Burley Cross Postbox Theft

Nicola Barker

Reading other people’s letters is always a guilty pleasure. But for PC Roger Topping contemplating a cache of 27 undelivered missives, retrieved from a back alley in Skipton, it’s a job of work. The quaint village of Burley Cross has been plunged into turmoil by the theft of the contents of its postbox, and no-one is above suspicion. Yet Topping’s investigation into the curtain-twitching lives of the eminently respectable Burley Cross residents not only uncovers the dark underbelly of his beat, but reveals a hitherto unknown strength of character buried deep within the young flatfoot. The denizens of Burley Cross inhabit a world of epic pettiness, where secrets are the currency. From complaints about dog shit to passive-aggressive fanmail, from biblical amateur dramatics to an Auction of Promises that goes staggeringly wrong, Nicola Barker’s epistolary novel is a work of immense comic range. Irresistibly mischievous, Burley Cross Postbox Theft is Alan Bennett with added Tamiflu, sex-therapy and cheap vodka.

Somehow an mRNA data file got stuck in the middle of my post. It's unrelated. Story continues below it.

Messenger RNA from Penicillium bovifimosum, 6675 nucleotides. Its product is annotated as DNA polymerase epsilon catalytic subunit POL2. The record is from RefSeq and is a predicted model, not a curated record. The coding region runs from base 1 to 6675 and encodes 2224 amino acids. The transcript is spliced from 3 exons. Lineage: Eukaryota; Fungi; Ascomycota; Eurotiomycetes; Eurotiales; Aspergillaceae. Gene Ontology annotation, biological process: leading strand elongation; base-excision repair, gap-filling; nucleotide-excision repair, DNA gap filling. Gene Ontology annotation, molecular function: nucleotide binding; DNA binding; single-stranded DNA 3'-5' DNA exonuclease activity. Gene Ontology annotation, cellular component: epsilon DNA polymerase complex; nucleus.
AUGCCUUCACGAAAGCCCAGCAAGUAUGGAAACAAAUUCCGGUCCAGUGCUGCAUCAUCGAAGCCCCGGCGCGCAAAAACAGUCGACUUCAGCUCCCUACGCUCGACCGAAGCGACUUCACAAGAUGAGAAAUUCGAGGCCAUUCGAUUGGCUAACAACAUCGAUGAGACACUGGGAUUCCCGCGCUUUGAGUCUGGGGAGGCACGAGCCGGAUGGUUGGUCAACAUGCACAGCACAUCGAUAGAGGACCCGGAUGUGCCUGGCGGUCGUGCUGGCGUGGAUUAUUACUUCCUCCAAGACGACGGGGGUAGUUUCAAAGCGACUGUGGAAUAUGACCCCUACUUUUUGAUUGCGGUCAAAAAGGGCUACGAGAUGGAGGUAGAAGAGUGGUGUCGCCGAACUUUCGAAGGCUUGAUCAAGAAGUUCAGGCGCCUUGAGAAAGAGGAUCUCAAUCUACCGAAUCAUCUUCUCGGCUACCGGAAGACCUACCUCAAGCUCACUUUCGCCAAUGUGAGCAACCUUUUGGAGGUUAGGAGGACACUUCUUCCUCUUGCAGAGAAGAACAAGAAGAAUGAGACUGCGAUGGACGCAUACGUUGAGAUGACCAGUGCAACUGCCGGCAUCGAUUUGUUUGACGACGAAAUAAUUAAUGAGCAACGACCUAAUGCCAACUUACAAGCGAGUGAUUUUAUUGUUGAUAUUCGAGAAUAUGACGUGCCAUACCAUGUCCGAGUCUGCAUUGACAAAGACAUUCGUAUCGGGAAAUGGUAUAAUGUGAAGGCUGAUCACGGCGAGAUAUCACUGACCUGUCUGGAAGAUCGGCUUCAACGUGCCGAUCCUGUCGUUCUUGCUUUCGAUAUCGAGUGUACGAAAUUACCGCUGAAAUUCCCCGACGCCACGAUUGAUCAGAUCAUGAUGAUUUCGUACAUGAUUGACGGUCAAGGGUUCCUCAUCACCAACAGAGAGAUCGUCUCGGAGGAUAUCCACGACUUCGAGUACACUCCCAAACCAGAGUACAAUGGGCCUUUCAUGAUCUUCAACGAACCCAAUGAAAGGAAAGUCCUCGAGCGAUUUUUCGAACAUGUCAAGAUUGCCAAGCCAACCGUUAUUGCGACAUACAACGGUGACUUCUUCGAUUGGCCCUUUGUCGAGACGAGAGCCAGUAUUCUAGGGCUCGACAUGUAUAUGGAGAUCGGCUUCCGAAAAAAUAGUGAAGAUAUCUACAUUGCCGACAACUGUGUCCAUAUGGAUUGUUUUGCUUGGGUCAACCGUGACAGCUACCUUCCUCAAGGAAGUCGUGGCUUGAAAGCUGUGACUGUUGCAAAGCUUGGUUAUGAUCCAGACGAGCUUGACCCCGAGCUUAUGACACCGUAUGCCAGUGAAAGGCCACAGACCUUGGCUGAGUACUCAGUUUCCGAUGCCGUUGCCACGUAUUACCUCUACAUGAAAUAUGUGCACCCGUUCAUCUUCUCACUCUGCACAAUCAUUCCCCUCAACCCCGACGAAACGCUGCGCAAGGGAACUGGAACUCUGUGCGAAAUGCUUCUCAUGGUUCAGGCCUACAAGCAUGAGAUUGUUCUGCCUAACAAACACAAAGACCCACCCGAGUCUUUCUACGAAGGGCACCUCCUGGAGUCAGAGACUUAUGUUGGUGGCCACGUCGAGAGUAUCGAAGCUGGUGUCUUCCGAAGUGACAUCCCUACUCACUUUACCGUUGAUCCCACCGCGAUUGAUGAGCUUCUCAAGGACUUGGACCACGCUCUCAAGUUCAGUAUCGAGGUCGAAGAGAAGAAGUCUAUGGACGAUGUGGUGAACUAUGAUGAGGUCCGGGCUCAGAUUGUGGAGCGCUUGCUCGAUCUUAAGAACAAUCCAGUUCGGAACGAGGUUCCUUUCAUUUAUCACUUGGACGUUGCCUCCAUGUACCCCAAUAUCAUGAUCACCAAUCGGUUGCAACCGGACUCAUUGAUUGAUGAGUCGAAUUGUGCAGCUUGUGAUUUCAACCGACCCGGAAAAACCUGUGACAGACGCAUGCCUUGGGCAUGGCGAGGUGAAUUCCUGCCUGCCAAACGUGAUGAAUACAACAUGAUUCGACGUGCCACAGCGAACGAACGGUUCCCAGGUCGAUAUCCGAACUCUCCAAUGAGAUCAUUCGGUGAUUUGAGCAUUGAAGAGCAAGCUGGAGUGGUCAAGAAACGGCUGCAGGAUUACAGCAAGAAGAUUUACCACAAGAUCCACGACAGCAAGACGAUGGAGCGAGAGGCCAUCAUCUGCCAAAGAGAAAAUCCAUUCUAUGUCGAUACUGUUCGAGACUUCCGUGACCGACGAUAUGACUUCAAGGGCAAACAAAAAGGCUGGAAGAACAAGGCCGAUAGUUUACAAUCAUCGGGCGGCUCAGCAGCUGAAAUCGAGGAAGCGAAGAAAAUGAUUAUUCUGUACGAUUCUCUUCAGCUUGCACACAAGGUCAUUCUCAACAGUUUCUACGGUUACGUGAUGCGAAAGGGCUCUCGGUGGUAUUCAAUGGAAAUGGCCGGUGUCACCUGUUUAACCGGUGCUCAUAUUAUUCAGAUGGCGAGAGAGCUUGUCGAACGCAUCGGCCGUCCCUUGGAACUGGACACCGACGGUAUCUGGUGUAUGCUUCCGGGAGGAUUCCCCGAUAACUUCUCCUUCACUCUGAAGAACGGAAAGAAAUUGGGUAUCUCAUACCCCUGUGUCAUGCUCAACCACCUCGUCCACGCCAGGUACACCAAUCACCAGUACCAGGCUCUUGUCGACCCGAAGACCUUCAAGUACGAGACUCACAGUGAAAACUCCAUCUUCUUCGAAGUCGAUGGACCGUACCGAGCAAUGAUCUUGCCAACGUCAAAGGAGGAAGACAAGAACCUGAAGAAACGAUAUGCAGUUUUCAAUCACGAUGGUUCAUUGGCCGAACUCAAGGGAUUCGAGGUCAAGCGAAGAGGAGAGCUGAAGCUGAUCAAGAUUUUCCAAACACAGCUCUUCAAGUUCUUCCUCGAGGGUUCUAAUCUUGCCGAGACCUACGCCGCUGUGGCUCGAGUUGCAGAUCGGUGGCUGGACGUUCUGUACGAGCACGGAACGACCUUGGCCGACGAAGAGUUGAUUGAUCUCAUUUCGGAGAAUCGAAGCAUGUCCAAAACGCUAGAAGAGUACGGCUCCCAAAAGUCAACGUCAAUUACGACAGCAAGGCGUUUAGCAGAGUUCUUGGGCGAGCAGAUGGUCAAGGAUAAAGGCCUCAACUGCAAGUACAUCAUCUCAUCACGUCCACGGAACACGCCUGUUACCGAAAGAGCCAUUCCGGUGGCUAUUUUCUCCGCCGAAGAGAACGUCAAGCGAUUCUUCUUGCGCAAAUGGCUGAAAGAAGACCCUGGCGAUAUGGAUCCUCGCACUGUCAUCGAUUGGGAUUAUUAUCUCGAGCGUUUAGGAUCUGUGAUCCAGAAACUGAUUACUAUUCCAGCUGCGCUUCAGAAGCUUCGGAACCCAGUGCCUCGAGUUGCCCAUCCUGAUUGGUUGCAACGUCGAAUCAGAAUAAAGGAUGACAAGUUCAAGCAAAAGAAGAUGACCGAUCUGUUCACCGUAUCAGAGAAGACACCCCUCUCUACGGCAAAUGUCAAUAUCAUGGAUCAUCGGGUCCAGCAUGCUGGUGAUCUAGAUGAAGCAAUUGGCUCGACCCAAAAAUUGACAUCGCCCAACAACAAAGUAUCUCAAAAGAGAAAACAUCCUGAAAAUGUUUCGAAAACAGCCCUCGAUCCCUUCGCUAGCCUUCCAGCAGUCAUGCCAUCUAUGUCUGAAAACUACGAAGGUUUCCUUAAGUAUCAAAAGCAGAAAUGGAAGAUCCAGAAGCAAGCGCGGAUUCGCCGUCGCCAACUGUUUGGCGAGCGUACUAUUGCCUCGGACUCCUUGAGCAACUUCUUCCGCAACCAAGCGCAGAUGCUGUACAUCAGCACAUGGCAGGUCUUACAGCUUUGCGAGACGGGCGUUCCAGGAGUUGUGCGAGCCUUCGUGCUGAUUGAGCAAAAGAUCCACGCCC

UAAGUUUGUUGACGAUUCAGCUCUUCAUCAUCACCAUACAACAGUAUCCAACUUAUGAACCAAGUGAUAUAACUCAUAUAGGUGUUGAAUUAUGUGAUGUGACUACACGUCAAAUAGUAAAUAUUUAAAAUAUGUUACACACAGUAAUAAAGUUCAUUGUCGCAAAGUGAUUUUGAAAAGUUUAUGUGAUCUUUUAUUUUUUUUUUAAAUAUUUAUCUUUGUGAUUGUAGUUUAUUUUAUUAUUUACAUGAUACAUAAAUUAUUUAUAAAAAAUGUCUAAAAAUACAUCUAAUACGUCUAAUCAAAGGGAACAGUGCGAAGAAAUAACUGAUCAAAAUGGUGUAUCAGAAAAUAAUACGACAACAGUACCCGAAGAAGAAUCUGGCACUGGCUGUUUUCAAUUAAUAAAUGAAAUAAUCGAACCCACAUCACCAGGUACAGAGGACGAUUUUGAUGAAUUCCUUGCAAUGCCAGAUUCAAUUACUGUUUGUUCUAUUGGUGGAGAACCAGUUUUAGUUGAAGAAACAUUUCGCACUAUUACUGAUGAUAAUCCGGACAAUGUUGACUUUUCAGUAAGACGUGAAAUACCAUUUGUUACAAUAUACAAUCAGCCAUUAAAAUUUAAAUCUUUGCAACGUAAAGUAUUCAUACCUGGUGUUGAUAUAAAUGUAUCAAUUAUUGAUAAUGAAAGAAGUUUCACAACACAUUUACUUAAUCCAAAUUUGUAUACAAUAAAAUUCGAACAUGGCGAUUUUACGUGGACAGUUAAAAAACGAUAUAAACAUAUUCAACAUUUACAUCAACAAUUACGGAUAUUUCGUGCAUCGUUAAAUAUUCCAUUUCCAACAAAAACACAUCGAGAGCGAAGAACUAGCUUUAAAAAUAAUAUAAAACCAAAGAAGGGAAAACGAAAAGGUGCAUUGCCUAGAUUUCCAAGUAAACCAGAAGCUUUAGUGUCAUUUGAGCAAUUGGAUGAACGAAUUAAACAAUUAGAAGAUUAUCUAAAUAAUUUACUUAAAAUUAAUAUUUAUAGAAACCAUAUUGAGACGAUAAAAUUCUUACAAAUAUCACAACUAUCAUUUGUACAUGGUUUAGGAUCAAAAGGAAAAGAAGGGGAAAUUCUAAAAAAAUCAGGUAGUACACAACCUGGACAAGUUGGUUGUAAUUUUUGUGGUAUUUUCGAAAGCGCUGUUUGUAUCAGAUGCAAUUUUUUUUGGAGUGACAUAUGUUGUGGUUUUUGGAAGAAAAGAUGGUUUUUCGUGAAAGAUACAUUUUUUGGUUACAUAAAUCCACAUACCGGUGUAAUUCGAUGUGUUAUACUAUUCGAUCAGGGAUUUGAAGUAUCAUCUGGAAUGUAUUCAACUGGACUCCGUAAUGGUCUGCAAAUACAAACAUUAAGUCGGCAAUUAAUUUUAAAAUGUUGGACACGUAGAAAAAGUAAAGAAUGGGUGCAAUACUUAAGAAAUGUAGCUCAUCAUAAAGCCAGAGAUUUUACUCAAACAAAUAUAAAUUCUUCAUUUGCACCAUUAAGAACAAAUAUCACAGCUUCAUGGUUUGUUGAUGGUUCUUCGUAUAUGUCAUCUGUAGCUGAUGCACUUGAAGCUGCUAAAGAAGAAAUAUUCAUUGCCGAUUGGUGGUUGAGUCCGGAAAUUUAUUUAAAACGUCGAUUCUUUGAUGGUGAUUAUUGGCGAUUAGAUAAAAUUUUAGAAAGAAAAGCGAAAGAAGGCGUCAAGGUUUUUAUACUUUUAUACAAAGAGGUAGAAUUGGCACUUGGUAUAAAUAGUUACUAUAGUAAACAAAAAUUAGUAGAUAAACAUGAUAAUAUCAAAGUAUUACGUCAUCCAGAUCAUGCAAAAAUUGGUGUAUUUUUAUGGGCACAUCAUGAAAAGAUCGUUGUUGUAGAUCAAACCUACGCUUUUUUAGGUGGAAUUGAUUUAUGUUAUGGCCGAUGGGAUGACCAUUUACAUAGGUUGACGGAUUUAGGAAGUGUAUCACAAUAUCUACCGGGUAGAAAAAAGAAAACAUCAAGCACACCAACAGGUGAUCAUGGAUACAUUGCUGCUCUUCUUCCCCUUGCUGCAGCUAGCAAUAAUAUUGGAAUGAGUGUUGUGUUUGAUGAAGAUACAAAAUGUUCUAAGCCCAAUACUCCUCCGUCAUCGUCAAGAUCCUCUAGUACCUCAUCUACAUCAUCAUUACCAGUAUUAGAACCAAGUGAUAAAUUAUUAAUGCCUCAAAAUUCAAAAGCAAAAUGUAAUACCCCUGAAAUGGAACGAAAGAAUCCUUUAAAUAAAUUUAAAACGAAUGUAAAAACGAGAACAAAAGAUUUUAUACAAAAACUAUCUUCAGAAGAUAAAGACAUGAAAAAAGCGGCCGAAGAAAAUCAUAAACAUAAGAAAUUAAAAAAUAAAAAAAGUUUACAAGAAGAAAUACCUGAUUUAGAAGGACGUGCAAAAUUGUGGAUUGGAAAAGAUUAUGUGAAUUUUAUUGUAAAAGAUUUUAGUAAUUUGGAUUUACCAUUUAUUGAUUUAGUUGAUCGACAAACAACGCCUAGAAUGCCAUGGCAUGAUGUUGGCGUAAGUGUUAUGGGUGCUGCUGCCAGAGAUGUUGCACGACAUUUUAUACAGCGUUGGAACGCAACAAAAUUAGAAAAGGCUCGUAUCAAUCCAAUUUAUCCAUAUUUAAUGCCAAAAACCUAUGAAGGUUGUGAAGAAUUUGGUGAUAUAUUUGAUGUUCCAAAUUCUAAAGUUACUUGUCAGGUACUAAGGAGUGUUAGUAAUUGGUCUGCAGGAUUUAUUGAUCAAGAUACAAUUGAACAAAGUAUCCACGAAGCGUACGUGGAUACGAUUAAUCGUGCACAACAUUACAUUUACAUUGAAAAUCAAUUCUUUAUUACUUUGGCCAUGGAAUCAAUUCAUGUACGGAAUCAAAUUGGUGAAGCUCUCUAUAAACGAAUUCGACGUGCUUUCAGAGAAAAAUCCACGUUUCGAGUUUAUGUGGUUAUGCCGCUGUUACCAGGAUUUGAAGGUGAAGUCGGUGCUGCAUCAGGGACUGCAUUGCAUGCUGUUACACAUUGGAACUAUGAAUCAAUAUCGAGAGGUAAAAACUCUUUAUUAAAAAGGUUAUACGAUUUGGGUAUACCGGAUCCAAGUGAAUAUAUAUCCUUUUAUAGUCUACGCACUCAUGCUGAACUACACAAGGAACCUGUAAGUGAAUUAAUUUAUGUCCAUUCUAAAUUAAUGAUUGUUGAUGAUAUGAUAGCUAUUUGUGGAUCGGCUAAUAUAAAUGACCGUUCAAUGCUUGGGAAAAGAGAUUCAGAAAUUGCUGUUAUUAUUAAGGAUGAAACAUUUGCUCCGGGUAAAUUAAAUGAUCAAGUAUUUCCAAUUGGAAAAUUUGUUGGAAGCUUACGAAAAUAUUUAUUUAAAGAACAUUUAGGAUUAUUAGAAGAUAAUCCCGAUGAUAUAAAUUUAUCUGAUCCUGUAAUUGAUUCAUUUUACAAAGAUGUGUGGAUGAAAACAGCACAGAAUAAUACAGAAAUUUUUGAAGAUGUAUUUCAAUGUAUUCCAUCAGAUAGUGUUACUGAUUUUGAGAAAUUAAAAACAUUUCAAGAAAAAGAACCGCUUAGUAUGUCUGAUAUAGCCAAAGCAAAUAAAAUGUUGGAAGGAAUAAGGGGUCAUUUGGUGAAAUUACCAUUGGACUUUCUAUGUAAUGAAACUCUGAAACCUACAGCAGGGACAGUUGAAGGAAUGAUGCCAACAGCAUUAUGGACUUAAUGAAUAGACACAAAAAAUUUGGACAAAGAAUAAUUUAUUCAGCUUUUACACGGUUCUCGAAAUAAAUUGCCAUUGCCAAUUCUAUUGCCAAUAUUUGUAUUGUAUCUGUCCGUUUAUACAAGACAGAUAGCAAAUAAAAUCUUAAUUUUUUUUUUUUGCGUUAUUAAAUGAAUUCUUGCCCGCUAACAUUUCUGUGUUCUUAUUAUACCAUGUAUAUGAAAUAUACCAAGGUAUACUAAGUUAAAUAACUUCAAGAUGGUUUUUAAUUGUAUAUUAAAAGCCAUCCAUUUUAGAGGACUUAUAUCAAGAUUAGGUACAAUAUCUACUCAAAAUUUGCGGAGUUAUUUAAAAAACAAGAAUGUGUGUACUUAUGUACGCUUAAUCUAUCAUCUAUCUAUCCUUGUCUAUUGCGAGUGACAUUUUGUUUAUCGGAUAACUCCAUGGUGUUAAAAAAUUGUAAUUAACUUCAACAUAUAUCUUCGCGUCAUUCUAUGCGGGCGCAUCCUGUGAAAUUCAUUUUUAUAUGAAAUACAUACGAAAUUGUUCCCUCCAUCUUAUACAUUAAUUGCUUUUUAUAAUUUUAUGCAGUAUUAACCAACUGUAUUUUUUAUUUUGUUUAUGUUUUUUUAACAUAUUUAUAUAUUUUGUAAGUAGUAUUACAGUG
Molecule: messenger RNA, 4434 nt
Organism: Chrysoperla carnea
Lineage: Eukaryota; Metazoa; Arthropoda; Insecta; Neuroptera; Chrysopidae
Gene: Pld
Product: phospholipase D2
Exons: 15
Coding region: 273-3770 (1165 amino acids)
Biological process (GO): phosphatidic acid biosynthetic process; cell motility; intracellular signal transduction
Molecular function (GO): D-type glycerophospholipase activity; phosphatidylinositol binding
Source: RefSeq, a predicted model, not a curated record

Reviews of Burley Cross Postbox Theft

  • ‘A vastly satisfying and adventurous novel, a state-of-the-nation comedy from a novelist who can do pretty much anything she likes and is having a great time doing it. This really isn’t a book to pass up’ Daily Telegraph

    ‘This is the work of a writer in love with language and the ways people employ it to express themselves…nothing short of dazzling’ Observer

    ‘A superb comic novel…the collective, whispery subconscious of a small community is brilliantly suggested through almost imperceptible echoes’ Daily Mail

    ‘Intensely pleasurable. Barker’s sheer energy is irresistible while the intelligence that drives this small comic universe is both spikily awkward and sweetly benign’ Guardian

    ‘The cacophony of voices is the perfect showcase for Barker’s linguistic games. From love-letters to suicide notes, her language vaults, somersaults and cartwheels across the page… it might just win her a new legion of fans tempted by this funny, heartbreaking book.’ Sunday Telegraph